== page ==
13 Tishrei 5781 / Thursday, October 01, 2020 | Torah Reading: Sukkot
 
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The City That Doesn't Forget Her Children    

The City That Doesn't Forget Her Children



I put my hand on the stones but the tears that flowed were not mine. They were the tears of all Israel, tears that scorched and burned the heavy gray stone.

 



Of all the Arab armies, Jordan’s Arab Legion was the best trained and fiercest. Moreover, the border with Jordan was the most difficult to defend, so it was no surprise that, when King Hussein’s army first attacked, the Israeli military was convinced that the shots were just tokens to accommodate Nasser, and that Hussein would not risk war. But Jordan kept pounding away, its artillery and bullets raining upon Jerusalem. Still, Israel requested the UN Truce Supervision Office to convey to Jordan assurances of peace. But it was all to no avail, and Israel had no choice but to open a second front. The Jordanians possessed hundreds of Patton tanks, and tens of thousands of Legionnaires, powerful warriors, equipped with the most sophisticated weapons, who were prepared to fight to the end. The battles were fierce and savage, made all the more complicated by orders given to Israeli paratroopers to avoid damaging the many sites in the Old City. Many brave young men were injured or lost their lives – the sacrifice was great, but so were the miracles.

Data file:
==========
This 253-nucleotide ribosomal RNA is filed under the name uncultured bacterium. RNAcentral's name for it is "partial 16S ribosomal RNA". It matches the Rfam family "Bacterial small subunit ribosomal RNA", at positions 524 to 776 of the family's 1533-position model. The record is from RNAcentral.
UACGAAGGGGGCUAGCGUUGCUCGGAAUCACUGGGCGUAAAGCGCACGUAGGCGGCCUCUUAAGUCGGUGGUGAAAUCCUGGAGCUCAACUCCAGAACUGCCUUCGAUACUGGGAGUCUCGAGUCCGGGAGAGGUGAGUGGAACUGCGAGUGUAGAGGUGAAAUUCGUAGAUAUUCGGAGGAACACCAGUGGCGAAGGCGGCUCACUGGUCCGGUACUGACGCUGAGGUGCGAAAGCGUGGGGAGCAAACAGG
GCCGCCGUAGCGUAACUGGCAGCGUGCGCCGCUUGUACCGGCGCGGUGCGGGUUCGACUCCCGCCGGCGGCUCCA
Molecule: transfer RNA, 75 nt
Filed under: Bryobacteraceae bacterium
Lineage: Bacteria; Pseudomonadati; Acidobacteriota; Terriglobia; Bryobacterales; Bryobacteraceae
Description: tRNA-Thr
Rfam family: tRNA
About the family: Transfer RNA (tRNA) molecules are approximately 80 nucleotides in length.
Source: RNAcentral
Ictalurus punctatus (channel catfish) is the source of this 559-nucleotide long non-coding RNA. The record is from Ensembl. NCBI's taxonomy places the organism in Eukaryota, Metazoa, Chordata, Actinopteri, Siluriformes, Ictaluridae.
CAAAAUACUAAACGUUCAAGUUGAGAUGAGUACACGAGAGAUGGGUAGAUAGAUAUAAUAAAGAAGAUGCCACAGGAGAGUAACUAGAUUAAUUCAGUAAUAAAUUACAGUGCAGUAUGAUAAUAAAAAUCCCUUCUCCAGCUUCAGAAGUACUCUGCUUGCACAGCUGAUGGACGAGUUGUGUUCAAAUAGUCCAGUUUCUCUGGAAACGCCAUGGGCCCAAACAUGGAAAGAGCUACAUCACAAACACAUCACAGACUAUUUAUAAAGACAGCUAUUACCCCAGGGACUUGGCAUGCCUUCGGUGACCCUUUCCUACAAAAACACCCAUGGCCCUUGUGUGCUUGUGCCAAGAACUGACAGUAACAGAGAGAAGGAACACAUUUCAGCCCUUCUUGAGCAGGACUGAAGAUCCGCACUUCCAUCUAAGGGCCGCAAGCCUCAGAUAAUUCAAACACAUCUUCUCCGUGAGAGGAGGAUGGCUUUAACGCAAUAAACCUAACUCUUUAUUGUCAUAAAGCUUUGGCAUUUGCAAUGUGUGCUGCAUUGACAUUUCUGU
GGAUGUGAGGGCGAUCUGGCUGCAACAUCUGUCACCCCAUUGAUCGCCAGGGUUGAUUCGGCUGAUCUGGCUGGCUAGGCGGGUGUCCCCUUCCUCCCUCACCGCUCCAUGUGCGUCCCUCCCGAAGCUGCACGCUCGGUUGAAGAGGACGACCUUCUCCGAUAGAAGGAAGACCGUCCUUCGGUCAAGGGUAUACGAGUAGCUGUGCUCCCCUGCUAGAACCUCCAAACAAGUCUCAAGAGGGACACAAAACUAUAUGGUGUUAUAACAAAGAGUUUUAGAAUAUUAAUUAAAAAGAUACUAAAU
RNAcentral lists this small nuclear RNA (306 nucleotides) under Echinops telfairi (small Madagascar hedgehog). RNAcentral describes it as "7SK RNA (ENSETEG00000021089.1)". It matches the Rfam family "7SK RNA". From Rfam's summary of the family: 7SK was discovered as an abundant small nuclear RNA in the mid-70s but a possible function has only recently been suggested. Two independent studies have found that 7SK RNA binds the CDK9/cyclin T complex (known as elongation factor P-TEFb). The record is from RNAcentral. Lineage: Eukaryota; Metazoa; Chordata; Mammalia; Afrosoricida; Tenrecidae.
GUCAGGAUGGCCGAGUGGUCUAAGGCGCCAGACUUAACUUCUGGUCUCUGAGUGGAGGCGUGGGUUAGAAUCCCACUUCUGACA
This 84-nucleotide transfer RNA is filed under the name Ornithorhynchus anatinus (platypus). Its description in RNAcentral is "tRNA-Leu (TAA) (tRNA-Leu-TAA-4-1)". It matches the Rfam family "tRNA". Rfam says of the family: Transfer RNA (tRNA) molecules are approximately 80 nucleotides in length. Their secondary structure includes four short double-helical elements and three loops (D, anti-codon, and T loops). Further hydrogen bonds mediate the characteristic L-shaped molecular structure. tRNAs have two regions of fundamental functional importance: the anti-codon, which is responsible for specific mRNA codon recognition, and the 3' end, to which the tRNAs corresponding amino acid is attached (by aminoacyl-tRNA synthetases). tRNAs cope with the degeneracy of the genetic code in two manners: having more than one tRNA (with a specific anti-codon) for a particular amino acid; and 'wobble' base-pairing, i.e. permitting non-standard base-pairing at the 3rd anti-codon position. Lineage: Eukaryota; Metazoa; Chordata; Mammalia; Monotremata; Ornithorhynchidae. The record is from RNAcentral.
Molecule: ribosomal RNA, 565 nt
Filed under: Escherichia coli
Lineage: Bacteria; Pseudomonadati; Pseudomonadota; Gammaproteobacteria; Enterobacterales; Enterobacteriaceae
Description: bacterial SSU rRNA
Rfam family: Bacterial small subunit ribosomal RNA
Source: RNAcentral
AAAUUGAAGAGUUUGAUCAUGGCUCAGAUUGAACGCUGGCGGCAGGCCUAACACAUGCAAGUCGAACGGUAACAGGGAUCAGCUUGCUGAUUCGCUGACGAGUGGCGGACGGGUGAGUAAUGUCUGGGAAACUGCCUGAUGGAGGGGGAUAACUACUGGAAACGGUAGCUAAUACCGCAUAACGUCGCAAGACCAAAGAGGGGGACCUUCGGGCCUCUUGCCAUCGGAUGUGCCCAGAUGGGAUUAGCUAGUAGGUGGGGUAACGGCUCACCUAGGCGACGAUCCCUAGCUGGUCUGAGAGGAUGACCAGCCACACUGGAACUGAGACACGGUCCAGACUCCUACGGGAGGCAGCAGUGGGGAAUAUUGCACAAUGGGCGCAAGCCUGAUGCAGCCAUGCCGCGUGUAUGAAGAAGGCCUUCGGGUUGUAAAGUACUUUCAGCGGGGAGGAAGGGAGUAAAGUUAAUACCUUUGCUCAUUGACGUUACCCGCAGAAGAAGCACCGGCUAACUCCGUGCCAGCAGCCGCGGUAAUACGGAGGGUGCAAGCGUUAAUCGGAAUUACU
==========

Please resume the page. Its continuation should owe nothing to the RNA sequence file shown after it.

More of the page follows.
The Holy City was not prepared for battle. There were hardly any bomb shelters to protect the civilian population. Shells fell and did not explode, and many that fell and did explode caused no injury. A shell landed on Shaarei Tzedek Hospital’s baby nursey. Fearing the worst, nurses rushed in to save the infants, but miraculously, they were all unharmed. A shell penetrated the roof of the Mirrer Yeshivah but did not explode. Over the centuries, Jerusalem was ravaged and sacked many times, but G-d made a promise that the Wall, the remnant of the Holy Temple, would stand eternally and bear witness to the homecoming of our people. And now, almost two thousand year later, the moment had come. I have read countless reports from journalists and soldiers who participated in the battle for Jerusalem, and all their stories had one focus - “the Wall”.